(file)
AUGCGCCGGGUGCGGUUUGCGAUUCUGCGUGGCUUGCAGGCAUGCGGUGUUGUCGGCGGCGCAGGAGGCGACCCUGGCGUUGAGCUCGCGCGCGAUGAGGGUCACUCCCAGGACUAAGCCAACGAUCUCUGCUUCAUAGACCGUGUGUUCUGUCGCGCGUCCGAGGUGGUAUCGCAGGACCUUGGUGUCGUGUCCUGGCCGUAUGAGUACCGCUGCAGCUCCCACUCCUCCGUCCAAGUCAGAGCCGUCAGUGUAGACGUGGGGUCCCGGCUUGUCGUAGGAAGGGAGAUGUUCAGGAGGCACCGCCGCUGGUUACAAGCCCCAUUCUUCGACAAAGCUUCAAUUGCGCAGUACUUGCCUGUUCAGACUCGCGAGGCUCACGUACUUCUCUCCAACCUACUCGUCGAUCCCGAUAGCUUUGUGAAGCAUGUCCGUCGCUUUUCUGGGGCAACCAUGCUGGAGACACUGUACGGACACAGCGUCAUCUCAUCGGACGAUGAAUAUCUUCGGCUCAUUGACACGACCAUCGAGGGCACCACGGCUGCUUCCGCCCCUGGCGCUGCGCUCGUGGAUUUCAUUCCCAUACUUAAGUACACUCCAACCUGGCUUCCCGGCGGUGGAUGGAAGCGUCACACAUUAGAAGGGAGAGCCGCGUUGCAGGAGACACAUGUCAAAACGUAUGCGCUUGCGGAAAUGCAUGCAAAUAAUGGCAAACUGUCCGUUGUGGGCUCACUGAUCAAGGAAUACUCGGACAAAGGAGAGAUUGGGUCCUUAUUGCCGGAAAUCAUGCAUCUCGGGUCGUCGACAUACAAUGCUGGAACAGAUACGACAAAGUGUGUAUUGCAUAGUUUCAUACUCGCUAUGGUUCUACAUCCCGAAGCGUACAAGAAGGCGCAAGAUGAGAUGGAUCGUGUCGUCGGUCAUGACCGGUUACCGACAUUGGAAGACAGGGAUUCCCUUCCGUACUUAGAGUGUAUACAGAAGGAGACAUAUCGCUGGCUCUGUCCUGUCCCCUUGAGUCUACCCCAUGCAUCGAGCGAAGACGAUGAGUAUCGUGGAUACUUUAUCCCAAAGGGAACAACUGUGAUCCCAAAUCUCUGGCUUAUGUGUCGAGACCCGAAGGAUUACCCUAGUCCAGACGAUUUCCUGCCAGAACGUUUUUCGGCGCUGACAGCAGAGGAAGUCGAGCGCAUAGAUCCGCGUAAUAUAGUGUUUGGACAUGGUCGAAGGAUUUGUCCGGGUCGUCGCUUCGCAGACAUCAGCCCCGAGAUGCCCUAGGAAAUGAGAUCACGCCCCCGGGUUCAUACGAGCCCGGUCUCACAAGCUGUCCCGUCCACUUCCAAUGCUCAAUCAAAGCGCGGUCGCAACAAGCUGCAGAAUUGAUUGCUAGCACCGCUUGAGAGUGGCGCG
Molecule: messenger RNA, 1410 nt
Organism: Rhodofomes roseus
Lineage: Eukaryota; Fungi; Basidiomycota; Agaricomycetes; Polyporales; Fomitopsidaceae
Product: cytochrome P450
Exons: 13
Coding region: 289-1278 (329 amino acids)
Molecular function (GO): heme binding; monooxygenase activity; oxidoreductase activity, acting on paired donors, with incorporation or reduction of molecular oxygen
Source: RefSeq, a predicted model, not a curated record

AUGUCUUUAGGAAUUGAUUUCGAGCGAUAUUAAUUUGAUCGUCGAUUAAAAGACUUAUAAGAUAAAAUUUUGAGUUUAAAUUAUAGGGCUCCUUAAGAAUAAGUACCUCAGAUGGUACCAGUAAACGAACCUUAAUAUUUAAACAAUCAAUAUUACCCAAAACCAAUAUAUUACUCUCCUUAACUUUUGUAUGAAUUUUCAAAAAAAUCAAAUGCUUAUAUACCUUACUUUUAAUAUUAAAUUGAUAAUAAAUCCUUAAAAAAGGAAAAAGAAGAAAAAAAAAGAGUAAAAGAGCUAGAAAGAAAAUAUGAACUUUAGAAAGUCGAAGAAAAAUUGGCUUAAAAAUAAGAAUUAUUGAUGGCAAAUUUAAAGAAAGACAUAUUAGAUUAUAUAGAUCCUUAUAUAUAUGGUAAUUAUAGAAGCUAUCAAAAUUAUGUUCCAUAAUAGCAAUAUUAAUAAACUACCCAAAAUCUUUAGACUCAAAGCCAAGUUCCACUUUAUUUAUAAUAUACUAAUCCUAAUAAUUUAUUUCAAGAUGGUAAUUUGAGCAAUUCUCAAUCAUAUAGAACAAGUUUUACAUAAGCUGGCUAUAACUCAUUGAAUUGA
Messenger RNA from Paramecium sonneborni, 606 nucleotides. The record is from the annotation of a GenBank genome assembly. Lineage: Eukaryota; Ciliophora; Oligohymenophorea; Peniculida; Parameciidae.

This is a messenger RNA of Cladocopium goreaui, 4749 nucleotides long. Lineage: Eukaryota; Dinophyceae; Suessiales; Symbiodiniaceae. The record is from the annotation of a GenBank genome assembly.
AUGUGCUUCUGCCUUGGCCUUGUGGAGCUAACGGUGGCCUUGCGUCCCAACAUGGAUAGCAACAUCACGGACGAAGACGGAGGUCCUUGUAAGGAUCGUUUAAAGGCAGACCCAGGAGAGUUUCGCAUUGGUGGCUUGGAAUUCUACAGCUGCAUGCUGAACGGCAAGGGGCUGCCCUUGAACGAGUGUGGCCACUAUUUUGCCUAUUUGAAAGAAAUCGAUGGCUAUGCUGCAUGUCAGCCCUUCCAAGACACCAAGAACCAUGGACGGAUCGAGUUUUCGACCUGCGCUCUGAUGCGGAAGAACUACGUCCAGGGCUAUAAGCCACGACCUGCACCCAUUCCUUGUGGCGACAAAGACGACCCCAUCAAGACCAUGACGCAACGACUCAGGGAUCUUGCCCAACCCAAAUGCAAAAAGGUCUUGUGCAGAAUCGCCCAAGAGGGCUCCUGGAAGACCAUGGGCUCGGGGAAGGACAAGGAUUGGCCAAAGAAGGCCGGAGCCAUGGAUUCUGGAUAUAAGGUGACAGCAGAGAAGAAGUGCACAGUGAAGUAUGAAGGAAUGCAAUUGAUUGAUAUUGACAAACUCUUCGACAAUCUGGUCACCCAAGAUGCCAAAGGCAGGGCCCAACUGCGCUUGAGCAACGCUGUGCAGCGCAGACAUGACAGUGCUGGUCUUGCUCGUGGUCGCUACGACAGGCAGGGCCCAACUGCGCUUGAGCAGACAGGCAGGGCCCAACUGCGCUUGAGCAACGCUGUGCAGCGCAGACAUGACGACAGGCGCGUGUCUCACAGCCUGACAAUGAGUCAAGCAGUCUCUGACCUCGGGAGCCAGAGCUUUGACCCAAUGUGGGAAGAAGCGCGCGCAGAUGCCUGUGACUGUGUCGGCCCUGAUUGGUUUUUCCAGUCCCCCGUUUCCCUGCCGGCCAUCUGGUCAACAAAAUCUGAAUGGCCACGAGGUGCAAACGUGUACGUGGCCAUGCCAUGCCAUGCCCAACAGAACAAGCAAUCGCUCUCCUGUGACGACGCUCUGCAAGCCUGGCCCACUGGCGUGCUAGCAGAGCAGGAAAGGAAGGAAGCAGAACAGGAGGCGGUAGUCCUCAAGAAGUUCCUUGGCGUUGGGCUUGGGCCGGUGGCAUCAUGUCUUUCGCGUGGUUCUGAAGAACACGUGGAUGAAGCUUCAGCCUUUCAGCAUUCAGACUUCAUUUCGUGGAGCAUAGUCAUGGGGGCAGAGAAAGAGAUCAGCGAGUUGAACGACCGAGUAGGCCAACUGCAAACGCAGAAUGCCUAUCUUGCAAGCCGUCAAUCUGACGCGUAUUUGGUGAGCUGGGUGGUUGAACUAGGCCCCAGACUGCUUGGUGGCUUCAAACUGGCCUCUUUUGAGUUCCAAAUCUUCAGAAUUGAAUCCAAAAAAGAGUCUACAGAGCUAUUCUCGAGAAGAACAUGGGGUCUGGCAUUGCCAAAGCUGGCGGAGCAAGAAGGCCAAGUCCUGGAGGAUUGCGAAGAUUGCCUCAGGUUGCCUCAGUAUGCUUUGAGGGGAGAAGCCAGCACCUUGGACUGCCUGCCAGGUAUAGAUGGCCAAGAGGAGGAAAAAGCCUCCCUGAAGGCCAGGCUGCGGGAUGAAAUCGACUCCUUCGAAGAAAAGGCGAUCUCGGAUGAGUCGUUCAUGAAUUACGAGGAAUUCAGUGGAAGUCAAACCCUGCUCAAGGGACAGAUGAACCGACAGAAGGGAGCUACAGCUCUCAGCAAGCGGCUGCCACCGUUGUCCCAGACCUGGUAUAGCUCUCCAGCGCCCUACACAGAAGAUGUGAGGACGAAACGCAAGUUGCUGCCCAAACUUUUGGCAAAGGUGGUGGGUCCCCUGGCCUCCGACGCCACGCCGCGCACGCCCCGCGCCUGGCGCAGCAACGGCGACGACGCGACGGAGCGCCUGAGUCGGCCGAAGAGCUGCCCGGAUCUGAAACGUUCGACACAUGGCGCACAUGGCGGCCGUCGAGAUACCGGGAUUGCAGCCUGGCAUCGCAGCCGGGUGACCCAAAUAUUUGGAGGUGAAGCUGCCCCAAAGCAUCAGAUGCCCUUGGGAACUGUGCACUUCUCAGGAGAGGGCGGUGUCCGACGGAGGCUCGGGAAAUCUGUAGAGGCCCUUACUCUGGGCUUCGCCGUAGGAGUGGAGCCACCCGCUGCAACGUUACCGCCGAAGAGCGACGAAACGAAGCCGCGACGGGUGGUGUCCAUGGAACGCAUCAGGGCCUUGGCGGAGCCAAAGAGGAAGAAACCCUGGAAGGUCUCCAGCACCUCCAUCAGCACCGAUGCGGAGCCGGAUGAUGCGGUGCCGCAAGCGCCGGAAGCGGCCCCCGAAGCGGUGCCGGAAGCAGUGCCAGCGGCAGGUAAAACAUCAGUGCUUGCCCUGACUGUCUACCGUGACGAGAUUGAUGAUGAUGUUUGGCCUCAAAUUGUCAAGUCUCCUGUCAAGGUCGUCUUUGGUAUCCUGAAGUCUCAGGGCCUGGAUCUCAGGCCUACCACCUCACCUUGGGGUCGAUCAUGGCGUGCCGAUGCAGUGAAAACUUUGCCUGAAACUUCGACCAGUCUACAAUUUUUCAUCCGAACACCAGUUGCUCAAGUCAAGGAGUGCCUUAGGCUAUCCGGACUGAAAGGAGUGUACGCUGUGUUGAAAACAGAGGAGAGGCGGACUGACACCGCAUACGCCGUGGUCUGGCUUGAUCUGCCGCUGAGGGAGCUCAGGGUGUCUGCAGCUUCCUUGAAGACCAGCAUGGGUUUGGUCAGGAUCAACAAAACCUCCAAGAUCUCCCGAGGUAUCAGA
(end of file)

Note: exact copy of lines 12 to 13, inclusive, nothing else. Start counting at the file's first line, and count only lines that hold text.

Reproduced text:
This is a messenger RNA of Cladocopium goreaui, 4749 nucleotides long. Lineage: Eukaryota; Dinophyceae; Suessiales; Symbiodiniaceae. The record is from the annotation of a GenBank genome assembly.
AUGUGCUUCUGCCUUGGCCUUGUGGAGCUAACGGUGGCCUUGCGUCCCAACAUGGAUAGCAACAUCACGGACGAAGACGGAGGUCCUUGUAAGGAUCGUUUAAAGGCAGACCCAGGAGAGUUUCGCAUUGGUGGCUUGGAAUUCUACAGCUGCAUGCUGAACGGCAAGGGGCUGCCCUUGAACGAGUGUGGCCACUAUUUUGCCUAUUUGAAAGAAAUCGAUGGCUAUGCUGCAUGUCAGCCCUUCCAAGACACCAAGAACCAUGGACGGAUCGAGUUUUCGACCUGCGCUCUGAUGCGGAAGAACUACGUCCAGGGCUAUAAGCCACGACCUGCACCCAUUCCUUGUGGCGACAAAGACGACCCCAUCAAGACCAUGACGCAACGACUCAGGGAUCUUGCCCAACCCAAAUGCAAAAAGGUCUUGUGCAGAAUCGCCCAAGAGGGCUCCUGGAAGACCAUGGGCUCGGGGAAGGACAAGGAUUGGCCAAAGAAGGCCGGAGCCAUGGAUUCUGGAUAUAAGGUGACAGCAGAGAAGAAGUGCACAGUGAAGUAUGAAGGAAUGCAAUUGAUUGAUAUUGACAAACUCUUCGACAAUCUGGUCACCCAAGAUGCCAAAGGCAGGGCCCAACUGCGCUUGAGCAACGCUGUGCAGCGCAGACAUGACAGUGCUGGUCUUGCUCGUGGUCGCUACGACAGGCAGGGCCCAACUGCGCUUGAGCAGACAGGCAGGGCCCAACUGCGCUUGAGCAACGCUGUGCAGCGCAGACAUGACGACAGGCGCGUGUCUCACAGCCUGACAAUGAGUCAAGCAGUCUCUGACCUCGGGAGCCAGAGCUUUGACCCAAUGUGGGAAGAAGCGCGCGCAGAUGCCUGUGACUGUGUCGGCCCUGAUUGGUUUUUCCAGUCCCCCGUUUCCCUGCCGGCCAUCUGGUCAACAAAAUCUGAAUGGCCACGAGGUGCAAACGUGUACGUGGCCAUGCCAUGCCAUGCCCAACAGAACAAGCAAUCGCUCUCCUGUGACGACGCUCUGCAAGCCUGGCCCACUGGCGUGCUAGCAGAGCAGGAAAGGAAGGAAGCAGAACAGGAGGCGGUAGUCCUCAAGAAGUUCCUUGGCGUUGGGCUUGGGCCGGUGGCAUCAUGUCUUUCGCGUGGUUCUGAAGAACACGUGGAUGAAGCUUCAGCCUUUCAGCAUUCAGACUUCAUUUCGUGGAGCAUAGUCAUGGGGGCAGAGAAAGAGAUCAGCGAGUUGAACGACCGAGUAGGCCAACUGCAAACGCAGAAUGCCUAUCUUGCAAGCCGUCAAUCUGACGCGUAUUUGGUGAGCUGGGUGGUUGAACUAGGCCCCAGACUGCUUGGUGGCUUCAAACUGGCCUCUUUUGAGUUCCAAAUCUUCAGAAUUGAAUCCAAAAAAGAGUCUACAGAGCUAUUCUCGAGAAGAACAUGGGGUCUGGCAUUGCCAAAGCUGGCGGAGCAAGAAGGCCAAGUCCUGGAGGAUUGCGAAGAUUGCCUCAGGUUGCCUCAGUAUGCUUUGAGGGGAGAAGCCAGCACCUUGGACUGCCUGCCAGGUAUAGAUGGCCAAGAGGAGGAAAAAGCCUCCCUGAAGGCCAGGCUGCGGGAUGAAAUCGACUCCUUCGAAGAAAAGGCGAUCUCGGAUGAGUCGUUCAUGAAUUACGAGGAAUUCAGUGGAAGUCAAACCCUGCUCAAGGGACAGAUGAACCGACAGAAGGGAGCUACAGCUCUCAGCAAGCGGCUGCCACCGUUGUCCCAGACCUGGUAUAGCUCUCCAGCGCCCUACACAGAAGAUGUGAGGACGAAACGCAAGUUGCUGCCCAAACUUUUGGCAAAGGUGGUGGGUCCCCUGGCCUCCGACGCCACGCCGCGCACGCCCCGCGCCUGGCGCAGCAACGGCGACGACGCGACGGAGCGCCUGAGUCGGCCGAAGAGCUGCCCGGAUCUGAAACGUUCGACACAUGGCGCACAUGGCGGCCGUCGAGAUACCGGGAUUGCAGCCUGGCAUCGCAGCCGGGUGACCCAAAUAUUUGGAGGUGAAGCUGCCCCAAAGCAUCAGAUGCCCUUGGGAACUGUGCACUUCUCAGGAGAGGGCGGUGUCCGACGGAGGCUCGGGAAAUCUGUAGAGGCCCUUACUCUGGGCUUCGCCGUAGGAGUGGAGCCACCCGCUGCAACGUUACCGCCGAAGAGCGACGAAACGAAGCCGCGACGGGUGGUGUCCAUGGAACGCAUCAGGGCCUUGGCGGAGCCAAAGAGGAAGAAACCCUGGAAGGUCUCCAGCACCUCCAUCAGCACCGAUGCGGAGCCGGAUGAUGCGGUGCCGCAAGCGCCGGAAGCGGCCCCCGAAGCGGUGCCGGAAGCAGUGCCAGCGGCAGGUAAAACAUCAGUGCUUGCCCUGACUGUCUACCGUGACGAGAUUGAUGAUGAUGUUUGGCCUCAAAUUGUCAAGUCUCCUGUCAAGGUCGUCUUUGGUAUCCUGAAGUCUCAGGGCCUGGAUCUCAGGCCUACCACCUCACCUUGGGGUCGAUCAUGGCGUGCCGAUGCAGUGAAAACUUUGCCUGAAACUUCGACCAGUCUACAAUUUUUCAUCCGAACACCAGUUGCUCAAGUCAAGGAGUGCCUUAGGCUAUCCGGACUGAAAGGAGUGUACGCUGUGUUGAAAACAGAGGAGAGGCGGACUGACACCGCAUACGCCGUGGUCUGGCUUGAUCUGCCGCUGAGGGAGCUCAGGGUGUCUGCAGCUUCCUUGAAGACCAGCAUGGGUUUGGUCAGGAUCAACAAAACCUCCAAGAUCUCCCGAGGUAUCAGA